Decision-making and visual search strategy of baseball catchers in a situation of giving directions on a play
The present study aimed to clarify the strategy of decision-making and visual search of baseball catchers in a situation that requires directions to teammates on a play. Collegiate baseball catchers, fielders, and non-ballgame players (n=10 in each group) watched a series of video images showing simulated sacrifice bunt situations recorded from the catcher`s point of view. The participants wore an eye movement tracker and made a decision about instructing the pitcher where to throw the ball (i.e., toward either the first or second base) by pressing a button at an appropriate time. After each trial, the participants answered a question about the objects to which attention was mainly directed. Results revealed that 1) catchers made better decisions based on higher signal detection sensitivity, compared with fielders and novices; 2) baseball players (catchers and fielders) had a strategy of decision-making to avoid the risk of losing scores due to erroneous decision; and 3) the catchers mainly directed attention to the ball at the time of bat-ball impact, and shifted attention to the pitcher and runner at the time of decision-making, while keeping their gaze on the ball from the time of impact to that of decision-making. These results suggest that catchers demonstrate higher signal detection sensitivity, a more specific judgment bias based on baseball experience, and a more efficient visual search strategy.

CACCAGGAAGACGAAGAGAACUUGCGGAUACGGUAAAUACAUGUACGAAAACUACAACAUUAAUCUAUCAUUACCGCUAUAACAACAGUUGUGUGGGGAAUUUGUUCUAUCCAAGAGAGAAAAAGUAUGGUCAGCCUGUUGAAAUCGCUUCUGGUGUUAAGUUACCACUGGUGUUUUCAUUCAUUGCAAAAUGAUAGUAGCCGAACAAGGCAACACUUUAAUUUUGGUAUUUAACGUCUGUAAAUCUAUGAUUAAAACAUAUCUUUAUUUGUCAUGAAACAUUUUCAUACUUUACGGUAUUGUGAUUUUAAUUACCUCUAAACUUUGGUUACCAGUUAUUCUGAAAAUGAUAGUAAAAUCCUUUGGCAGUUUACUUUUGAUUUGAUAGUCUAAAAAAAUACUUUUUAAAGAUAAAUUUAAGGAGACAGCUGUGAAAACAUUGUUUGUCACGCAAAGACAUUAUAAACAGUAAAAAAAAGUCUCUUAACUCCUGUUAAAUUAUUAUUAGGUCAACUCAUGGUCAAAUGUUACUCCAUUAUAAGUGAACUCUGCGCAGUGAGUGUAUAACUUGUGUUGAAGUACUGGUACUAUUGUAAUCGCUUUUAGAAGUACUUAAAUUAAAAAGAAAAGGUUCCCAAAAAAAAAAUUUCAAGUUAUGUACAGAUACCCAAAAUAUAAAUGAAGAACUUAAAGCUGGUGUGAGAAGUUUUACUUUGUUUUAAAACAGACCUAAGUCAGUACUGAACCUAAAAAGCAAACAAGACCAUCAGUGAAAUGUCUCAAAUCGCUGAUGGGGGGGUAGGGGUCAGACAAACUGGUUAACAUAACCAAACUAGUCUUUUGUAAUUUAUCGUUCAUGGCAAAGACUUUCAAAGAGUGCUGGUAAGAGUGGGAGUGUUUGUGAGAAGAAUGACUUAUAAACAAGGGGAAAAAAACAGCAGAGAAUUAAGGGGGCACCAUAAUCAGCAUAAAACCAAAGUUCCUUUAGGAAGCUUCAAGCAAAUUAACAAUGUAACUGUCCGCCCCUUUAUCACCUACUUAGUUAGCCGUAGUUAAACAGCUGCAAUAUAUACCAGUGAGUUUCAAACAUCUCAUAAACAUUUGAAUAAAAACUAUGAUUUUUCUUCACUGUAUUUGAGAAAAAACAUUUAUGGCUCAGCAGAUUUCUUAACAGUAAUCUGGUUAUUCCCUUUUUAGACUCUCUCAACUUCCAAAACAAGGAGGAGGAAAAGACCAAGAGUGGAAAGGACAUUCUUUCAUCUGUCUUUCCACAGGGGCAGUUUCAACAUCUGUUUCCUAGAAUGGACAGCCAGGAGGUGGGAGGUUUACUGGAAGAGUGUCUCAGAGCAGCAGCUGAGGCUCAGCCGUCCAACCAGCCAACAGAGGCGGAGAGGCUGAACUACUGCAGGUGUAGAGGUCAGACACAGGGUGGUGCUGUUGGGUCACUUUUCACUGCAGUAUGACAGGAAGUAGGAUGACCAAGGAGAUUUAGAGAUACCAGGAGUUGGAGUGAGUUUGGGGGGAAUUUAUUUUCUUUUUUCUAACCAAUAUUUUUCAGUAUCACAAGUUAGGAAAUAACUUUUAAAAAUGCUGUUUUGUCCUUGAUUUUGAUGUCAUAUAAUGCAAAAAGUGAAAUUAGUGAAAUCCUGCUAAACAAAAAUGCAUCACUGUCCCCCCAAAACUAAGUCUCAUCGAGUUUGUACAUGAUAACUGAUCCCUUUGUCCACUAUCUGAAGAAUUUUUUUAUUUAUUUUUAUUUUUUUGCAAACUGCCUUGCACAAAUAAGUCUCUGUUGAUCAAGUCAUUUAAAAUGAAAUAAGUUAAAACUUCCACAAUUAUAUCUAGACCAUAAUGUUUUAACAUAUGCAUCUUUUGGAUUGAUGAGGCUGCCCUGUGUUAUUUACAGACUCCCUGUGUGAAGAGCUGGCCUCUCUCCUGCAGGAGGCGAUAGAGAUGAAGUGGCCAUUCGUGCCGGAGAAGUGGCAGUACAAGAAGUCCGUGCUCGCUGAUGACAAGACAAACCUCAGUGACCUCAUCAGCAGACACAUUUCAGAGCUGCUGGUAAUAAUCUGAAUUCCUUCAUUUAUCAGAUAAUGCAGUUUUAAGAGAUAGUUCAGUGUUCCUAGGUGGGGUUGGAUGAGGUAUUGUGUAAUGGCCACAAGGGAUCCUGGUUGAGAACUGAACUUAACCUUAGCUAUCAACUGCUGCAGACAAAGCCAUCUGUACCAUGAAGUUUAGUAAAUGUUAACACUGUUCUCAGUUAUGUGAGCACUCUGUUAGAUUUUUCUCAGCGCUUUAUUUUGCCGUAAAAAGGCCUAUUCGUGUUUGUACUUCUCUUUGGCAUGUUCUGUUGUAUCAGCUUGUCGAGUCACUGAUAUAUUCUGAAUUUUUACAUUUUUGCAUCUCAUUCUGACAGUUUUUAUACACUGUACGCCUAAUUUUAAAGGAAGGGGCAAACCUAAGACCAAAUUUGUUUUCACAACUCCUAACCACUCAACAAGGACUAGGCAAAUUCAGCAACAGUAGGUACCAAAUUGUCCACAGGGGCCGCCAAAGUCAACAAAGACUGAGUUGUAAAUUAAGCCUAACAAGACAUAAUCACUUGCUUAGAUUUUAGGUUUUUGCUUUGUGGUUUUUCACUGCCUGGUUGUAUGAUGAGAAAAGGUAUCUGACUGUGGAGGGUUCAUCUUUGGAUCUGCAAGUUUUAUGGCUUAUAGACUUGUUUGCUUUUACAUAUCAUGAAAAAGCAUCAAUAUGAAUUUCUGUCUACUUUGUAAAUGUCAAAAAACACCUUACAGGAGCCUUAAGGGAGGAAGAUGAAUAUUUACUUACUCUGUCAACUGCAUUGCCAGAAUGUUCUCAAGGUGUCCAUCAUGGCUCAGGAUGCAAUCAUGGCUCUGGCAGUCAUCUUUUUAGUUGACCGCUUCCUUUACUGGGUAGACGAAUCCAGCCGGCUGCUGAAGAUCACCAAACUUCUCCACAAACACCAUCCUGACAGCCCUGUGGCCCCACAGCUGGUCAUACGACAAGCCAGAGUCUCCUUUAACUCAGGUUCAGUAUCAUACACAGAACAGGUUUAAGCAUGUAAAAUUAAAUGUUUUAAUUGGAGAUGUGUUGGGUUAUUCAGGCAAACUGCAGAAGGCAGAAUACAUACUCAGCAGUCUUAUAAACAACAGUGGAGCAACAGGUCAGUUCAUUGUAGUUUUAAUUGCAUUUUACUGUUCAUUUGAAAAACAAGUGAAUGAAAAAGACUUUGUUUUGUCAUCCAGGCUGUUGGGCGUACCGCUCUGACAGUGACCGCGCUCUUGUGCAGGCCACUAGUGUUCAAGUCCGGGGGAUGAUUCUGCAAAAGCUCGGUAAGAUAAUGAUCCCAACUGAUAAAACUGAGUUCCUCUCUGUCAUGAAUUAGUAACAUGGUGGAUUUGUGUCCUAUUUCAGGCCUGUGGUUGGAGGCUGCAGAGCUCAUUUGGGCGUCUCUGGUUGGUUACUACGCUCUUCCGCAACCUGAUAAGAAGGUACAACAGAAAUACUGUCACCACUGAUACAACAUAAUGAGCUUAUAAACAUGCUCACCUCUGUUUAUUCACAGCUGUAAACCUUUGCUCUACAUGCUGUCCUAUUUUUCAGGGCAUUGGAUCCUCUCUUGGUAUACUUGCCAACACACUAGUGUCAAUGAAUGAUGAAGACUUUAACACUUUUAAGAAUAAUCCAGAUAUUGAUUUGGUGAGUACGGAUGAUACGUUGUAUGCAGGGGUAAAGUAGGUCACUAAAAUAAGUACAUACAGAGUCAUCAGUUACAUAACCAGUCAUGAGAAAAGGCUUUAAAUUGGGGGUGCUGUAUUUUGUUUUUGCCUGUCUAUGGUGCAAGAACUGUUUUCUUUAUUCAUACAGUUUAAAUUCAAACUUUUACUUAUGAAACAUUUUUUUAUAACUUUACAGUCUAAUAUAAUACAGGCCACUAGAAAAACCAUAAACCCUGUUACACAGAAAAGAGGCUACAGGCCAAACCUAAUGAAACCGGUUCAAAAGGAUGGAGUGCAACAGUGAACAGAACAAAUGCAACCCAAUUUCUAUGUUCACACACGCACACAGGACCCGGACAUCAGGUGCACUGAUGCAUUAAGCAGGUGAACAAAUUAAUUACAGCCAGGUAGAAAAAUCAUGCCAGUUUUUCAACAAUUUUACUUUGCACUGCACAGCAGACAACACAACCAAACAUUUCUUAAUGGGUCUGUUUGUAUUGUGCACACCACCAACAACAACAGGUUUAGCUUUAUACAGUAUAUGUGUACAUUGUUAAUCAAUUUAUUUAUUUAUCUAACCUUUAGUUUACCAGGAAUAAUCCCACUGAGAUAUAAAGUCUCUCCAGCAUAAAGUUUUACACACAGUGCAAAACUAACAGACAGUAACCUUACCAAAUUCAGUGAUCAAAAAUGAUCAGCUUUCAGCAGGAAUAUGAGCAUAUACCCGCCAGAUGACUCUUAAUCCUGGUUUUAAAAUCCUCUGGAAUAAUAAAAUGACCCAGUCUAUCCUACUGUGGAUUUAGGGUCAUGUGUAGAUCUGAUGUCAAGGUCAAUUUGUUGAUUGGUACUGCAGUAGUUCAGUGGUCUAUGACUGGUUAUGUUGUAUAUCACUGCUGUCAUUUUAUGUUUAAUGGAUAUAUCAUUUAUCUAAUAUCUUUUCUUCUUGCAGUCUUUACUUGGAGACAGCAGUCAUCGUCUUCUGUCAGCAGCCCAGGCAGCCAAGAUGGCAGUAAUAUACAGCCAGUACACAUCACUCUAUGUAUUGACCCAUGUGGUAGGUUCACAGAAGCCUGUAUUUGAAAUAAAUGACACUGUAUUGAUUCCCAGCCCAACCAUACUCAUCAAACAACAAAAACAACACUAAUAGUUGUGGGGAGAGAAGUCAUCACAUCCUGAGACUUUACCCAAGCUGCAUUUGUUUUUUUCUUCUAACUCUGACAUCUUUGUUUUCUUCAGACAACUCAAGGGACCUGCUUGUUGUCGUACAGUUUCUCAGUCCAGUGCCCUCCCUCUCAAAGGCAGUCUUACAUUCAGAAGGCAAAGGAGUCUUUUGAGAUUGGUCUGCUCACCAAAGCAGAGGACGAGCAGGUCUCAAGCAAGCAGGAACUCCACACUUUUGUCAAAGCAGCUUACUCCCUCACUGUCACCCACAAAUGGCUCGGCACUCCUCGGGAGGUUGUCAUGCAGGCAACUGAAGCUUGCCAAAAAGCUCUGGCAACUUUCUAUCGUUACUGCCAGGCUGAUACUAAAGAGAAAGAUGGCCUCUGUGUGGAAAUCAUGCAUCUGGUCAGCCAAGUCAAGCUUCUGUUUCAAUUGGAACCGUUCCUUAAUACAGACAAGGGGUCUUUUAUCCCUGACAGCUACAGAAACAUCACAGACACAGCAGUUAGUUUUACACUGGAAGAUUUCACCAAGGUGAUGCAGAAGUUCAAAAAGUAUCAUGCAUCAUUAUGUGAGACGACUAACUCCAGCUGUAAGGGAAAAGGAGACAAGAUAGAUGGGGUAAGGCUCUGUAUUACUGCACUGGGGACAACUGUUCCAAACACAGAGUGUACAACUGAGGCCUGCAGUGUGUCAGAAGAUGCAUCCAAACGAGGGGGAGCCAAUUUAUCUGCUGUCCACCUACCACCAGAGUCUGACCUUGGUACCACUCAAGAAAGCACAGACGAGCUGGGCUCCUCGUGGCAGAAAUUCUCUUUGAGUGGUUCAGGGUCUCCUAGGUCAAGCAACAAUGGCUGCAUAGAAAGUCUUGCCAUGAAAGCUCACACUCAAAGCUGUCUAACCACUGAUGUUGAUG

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|Subjects:||baseball playing position (sport games) decision behavior perception eye visualization relation performance competition training video|
|Notations:||sport games social sciences training science|
|Published in:||Japanese Journal of Sport Psychology|